§ After the monetary and fiscal policy aspects of the treaty, the most important part is that which affects social policy. Under the blanket of social policy are such issues as the maximum time, including overtime, that anyone may work in any given period; the minimum wage that any worker may receive; the length of paid and unpaid leave that must be granted to employees; the entitlement to maternity or paternity leave; unemployment benefit; sickness benefit; pension rights; trade union rights; and the role of industrial tribunals. That is a long enough list at this hour of the night, but it will give a flavour of what this part of the Bill is about.
§ I believe that we would all agree that employees require protection within the law from unscrupulous employers. We accept a proper balance between the rights in law of the employees and the employers. Whether or not we have it correct in the United Kingdom does not form part of this debate.
§ Hitherto, regulation of the conditions of employment in each member state has been a matter for national governments, with certain issues tempered by specific inter-governmental agreements. What we are now considering is whether that control over social policy, and all that that implies, should in future be vested in the institutions of the Community and not in national parliaments.
§ I consider that it should remain a national judgment as to how restrictive or generous conditions of employment should be at any one time. I believe that our colleagues in Europe are attempting to operate in isolation from the rest of the world. If the 12 nations traded entirely among themselves then it might not matter how few hours there were in the working week; how high a minimum wage was set or how generous social security benefits were. Those countries could all compete with each other on reasonably level terms.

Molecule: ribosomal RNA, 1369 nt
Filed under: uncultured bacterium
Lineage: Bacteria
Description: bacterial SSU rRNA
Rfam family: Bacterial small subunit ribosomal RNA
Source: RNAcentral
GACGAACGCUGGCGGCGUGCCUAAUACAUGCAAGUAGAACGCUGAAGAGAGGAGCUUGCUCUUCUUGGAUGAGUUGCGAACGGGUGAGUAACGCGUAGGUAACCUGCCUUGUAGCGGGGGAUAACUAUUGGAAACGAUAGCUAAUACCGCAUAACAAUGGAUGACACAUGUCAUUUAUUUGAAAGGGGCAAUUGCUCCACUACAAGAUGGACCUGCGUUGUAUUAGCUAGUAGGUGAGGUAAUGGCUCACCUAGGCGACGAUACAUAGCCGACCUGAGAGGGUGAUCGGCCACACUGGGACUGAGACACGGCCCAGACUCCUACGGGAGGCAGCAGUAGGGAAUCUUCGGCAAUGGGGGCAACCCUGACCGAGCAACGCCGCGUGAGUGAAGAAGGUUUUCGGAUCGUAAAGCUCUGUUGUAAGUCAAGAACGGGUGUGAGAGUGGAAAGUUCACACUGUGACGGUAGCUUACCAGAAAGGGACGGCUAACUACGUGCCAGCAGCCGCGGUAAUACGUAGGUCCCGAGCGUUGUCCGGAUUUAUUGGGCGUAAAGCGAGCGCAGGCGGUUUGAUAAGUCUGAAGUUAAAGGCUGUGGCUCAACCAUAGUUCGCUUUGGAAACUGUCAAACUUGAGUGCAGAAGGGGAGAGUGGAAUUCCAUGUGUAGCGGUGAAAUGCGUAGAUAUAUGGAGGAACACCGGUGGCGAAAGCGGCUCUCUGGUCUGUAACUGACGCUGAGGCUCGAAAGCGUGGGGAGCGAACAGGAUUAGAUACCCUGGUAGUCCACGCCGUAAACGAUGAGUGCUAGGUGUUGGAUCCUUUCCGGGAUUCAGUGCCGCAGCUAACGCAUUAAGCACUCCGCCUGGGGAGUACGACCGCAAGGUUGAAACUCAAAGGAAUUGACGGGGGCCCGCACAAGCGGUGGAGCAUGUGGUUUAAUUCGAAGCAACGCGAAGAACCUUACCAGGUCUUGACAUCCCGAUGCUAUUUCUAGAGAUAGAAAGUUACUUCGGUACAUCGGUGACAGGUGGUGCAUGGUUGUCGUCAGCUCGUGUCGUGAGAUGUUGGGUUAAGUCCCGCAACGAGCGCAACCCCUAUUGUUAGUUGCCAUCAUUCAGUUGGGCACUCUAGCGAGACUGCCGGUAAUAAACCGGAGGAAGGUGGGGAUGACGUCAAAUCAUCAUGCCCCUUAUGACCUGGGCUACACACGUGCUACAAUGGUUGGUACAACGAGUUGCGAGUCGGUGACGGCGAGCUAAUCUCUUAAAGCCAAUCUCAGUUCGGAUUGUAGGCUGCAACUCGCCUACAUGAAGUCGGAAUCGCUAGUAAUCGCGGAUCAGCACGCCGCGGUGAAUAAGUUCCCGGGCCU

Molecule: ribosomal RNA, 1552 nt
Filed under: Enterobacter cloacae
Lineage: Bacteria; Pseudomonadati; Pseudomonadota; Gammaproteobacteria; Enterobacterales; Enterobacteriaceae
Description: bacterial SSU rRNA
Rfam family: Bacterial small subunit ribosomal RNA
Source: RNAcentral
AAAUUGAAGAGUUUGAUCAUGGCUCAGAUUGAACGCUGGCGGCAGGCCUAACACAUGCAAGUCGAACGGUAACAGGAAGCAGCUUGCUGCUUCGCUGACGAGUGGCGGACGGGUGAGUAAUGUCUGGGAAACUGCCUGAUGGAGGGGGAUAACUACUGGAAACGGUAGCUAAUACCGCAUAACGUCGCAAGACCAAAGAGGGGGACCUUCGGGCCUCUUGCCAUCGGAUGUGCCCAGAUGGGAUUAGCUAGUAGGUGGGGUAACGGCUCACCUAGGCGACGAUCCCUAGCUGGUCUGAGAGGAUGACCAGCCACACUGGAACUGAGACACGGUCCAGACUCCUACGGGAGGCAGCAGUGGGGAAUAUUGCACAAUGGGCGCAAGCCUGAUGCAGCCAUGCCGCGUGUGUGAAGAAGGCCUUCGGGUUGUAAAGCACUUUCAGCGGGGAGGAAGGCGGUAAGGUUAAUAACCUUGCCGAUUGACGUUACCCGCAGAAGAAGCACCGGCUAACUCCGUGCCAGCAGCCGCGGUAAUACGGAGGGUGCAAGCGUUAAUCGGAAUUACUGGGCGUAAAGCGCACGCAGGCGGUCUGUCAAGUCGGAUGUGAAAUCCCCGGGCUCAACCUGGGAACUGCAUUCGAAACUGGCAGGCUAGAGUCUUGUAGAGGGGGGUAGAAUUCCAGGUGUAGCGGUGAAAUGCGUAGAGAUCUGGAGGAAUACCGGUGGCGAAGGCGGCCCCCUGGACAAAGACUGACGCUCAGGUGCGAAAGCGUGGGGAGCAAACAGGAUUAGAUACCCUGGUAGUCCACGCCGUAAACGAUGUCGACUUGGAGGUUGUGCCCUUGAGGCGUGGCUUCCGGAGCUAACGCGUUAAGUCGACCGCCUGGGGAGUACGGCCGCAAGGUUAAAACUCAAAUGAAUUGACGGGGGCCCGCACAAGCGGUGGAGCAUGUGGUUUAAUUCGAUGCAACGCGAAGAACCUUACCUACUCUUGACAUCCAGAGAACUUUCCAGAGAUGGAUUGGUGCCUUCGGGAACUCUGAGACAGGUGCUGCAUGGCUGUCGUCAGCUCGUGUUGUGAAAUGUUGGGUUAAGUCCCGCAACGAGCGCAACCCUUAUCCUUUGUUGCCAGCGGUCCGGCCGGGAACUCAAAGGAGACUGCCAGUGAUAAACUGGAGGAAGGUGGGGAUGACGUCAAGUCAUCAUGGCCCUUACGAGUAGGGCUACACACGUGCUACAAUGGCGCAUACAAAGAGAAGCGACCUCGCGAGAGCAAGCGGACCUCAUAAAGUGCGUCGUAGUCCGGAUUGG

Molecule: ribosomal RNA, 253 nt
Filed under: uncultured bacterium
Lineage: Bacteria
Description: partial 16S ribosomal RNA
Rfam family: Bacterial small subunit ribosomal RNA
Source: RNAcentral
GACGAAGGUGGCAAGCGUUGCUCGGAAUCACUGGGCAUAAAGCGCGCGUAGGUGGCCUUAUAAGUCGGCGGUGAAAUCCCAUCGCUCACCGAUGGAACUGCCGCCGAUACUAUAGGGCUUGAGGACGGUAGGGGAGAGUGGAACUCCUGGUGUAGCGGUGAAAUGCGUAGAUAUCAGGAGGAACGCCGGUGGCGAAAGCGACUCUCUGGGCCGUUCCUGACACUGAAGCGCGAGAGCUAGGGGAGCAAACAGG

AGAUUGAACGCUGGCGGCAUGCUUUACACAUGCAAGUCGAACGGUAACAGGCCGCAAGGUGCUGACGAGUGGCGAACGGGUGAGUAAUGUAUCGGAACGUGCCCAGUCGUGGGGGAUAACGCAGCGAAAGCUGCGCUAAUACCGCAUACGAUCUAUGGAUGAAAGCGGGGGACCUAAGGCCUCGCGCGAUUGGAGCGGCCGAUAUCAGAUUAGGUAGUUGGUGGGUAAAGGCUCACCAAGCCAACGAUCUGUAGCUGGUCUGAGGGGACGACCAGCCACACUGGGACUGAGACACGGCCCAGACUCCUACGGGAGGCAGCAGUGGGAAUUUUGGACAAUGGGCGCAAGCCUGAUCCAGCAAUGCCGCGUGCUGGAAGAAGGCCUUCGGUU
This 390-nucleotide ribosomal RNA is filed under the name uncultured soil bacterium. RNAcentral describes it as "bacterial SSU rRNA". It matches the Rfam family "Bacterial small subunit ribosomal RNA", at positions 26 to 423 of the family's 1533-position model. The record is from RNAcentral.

§ However, the EC is but a part of Europe and an even smaller part of the world as a whole. By increasing labour costs and the costs of social security that has to be paid by taxpayers and by commercial companies alike, we would make ourselves and the rest of the Community uncompetitive with the trading nations outside the 12. We would lose overseas sales and even be buying from those countries in preference 559 to our own as their goods would be cheaper. That would result in much greater unemployment and a greater call on the social fund.
§ My right honourable friend the Prime Minister negotiated an opt-out from the social chapter. That opt-out, in my view, is hardly worth the paper on which it is written. The other 11 states can impose the Community social policy on us under the articles which this group of amendments seeks to make unenforceable under United Kingdom law as well as other articles which deal with such matters as health and safety. I beg to move.
§ The Earl of Onslow
I believe that this is one of the most important matters in the Bill which we have to discuss. My right honourable friend the Prime Minister has absolutely correctly identified unit labour costs and the social costs of employing labour. I do not think that it is only the European Community which will have to look at this question. Social security costs are rocketing out of control for perfectly good and right reasons. But the social security budgets of all Western countries such as the United States, ourselves and the Community, are in danger of taking such a large percentage of the wealth creation that damage is likely to be done.